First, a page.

Photograph cc-by Marcin Wichary
Charles P. (Chuck) Thacker was one of the great generation that took networking and the personal computer into the mainstream world. After studying at UC Berkeley and developing the Berkeley Timesharing System on an SDS 940 mainframe, he was one of the ‘dealers of lightning’ recruited by Bob Taylor when he set up the Computer Systems Lab at Xerox PARC. In three years, Chuck, Butler Lampson, Bob Metcalfe, David Boggs, Alan Kay and Charles Simonyi invented much of the computing kit we use today — from graphical windowing interfaces and the mouse (adapted from Douglas Engelbart’s original design) to Ethernet local-area-networking and the laser printer. I got to know him in the late 1990s when I was writing my history of the Net and he was working in Cambridge in the Microsoft Research Lab. The photograph captures him as I remember him: large, imperturbable, wise, friendly.
Lovely New Yorker cartoon shows a start-up ‘entrepreneur’ on a therapist’s couch. “I guess I want what everyone wants”, he’s saying, “— a billion dollars for being a jerk.”
Very perceptive analysis by George Lakoff (@GeorgeLakoff on Twitter):
From The Economist.
I guess most people in the UK have forgotten the IRA campaign in the 1970s and 1980s. Or the Lockerbie bombing in 1988. The difference between then and now (apart from the numbers killed and injured) is that the IRA had a set of ‘political’ objectives, and in the end it was possible to negotiate with them — which is how the Good Friday Agreement came about. But Islamic terrorism doesn’t have any negotiable objectives — unless you count the extermination of ‘infidels’ as one.
Apropos nothing in particular, I was struck by an extract from Richard Hamming’s book, The Art of Doing Science and Engineering that Tyler Cowen highlighted:
“Now to the matter of drive. Looking around you can easily observe great people have a great deal of drive to do things. I had worked with John Tukey for some years before I found he was essentially my age, so I went to our mutual boss and asked him, “How can anyone my age know as much as John Tukey does?”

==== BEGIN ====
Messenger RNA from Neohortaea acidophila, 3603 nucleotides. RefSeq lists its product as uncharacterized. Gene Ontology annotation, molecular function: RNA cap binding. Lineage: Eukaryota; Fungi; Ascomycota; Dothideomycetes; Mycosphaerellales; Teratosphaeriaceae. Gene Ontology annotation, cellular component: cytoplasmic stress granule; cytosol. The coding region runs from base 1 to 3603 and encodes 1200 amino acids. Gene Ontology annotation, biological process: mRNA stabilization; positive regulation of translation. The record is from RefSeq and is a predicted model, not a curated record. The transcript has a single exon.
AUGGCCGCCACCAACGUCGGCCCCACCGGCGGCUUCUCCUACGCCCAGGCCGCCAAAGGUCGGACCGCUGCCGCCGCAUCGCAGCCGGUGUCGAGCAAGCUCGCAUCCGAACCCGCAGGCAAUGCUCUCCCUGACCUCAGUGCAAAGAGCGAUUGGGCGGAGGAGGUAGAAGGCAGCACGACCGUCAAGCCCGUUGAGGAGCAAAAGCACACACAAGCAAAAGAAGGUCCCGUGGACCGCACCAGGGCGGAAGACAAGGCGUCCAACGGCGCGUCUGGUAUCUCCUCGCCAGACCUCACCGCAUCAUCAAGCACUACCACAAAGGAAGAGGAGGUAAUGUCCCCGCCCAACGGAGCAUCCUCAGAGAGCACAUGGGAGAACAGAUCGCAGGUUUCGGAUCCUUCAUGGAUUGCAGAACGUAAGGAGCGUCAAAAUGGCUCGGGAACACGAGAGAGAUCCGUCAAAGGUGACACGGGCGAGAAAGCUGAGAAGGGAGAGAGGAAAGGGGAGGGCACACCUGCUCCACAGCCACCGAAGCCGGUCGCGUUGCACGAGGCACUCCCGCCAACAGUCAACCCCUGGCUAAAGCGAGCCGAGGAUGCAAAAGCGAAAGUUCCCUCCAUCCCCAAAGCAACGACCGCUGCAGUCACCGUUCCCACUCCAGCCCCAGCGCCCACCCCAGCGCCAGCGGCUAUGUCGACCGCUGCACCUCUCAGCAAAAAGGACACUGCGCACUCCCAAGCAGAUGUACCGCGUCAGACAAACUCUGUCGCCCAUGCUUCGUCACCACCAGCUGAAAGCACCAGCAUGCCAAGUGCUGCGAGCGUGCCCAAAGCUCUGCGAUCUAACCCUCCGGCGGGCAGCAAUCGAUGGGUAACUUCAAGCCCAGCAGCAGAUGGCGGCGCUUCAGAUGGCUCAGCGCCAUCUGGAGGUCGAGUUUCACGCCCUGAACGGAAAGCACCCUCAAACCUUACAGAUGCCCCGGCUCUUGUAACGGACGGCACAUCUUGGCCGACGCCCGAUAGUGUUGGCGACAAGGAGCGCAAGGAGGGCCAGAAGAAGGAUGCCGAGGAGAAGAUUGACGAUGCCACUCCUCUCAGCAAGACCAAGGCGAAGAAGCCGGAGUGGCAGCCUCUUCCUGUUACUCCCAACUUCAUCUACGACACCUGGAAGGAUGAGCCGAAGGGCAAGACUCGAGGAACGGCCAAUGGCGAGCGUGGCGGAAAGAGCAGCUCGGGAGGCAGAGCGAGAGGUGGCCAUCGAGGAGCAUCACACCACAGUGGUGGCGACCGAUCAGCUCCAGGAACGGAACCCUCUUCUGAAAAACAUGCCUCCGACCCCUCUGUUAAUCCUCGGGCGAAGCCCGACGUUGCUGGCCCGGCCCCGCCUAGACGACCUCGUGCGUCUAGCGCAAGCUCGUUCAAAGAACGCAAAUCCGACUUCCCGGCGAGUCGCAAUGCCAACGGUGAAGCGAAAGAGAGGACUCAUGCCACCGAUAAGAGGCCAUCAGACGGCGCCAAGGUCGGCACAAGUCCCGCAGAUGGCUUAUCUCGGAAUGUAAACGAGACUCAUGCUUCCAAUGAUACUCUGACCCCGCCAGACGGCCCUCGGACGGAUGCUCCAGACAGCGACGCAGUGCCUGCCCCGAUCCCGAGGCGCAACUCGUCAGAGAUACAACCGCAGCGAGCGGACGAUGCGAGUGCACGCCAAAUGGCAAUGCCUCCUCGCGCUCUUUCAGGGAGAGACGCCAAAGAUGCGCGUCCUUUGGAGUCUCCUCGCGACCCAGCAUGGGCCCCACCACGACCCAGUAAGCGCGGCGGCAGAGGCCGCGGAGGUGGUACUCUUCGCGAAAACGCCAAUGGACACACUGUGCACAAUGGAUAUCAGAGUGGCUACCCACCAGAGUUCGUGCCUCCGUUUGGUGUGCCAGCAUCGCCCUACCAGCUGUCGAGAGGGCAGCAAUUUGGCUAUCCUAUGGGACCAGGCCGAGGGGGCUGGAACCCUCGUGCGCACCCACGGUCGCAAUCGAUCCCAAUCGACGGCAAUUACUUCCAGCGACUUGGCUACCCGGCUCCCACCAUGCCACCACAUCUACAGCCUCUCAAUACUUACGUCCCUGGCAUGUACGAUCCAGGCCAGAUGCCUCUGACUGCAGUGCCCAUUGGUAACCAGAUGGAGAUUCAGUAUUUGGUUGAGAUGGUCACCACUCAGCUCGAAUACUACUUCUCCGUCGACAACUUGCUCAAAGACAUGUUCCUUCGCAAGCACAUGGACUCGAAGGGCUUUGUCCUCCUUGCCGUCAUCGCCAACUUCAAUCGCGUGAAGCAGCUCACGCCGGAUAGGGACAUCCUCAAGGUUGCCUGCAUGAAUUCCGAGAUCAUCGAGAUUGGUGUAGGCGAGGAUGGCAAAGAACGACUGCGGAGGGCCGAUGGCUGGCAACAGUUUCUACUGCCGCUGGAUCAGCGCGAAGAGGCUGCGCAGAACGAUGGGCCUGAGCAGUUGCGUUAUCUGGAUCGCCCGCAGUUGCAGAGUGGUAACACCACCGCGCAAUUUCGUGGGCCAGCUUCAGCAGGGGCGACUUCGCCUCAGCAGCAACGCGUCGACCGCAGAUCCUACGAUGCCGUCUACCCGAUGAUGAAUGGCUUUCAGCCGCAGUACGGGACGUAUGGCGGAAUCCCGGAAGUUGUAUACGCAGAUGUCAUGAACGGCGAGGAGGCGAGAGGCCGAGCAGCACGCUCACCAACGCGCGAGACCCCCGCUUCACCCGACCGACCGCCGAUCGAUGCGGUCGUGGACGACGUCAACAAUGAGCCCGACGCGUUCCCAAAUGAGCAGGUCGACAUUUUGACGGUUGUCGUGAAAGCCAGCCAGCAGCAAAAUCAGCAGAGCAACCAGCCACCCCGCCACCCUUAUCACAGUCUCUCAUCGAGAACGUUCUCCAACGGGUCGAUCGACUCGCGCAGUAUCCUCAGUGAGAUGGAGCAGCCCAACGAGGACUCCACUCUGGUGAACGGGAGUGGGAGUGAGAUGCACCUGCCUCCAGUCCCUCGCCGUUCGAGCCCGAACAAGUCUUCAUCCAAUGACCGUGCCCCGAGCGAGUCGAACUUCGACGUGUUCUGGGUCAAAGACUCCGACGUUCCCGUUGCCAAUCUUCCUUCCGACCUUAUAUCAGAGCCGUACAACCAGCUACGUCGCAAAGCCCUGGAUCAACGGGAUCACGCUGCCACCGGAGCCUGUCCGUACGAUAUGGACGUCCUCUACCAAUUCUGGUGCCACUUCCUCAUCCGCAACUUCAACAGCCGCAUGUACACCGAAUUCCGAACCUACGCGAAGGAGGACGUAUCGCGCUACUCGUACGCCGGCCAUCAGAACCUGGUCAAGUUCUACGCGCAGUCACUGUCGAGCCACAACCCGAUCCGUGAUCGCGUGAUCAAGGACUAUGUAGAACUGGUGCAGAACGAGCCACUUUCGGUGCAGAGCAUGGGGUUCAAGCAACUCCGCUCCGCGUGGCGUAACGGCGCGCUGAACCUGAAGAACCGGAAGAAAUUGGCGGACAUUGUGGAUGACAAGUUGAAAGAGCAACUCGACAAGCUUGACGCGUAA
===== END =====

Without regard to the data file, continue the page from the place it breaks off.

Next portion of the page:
He leaned back, grinned, and said, “You would be surprised how much you would know if you had worked as hard as he has for as many years”. There was nothing for me to do but slink out of his office, which I did.
I thought about the remark for some weeks and decided, while I could never work as hard as John did, I could do a lot better than I had been doing. In a sense my boss was saying intellectual investment is like compound interest, the more you do the more you learn how to do, so the more you can do, etc. I do not know what compound interest rate to assign, but it must be well over 6%—one extra hour per day over a lifetime will much more than double the total output. The steady application of a bit more effort has a great total accumulation.”
The great tech journalist Walt Mossberg is finally retiring, This is from his final column:
If we are really going to turn over our homes, our cars, our health and more to private tech companies, on a scale never imagined, we need much, much stronger standards for security and privacy than now exist. Especially in the U.S., it’s time to stop dancing around the privacy and security issues and pass real, binding laws.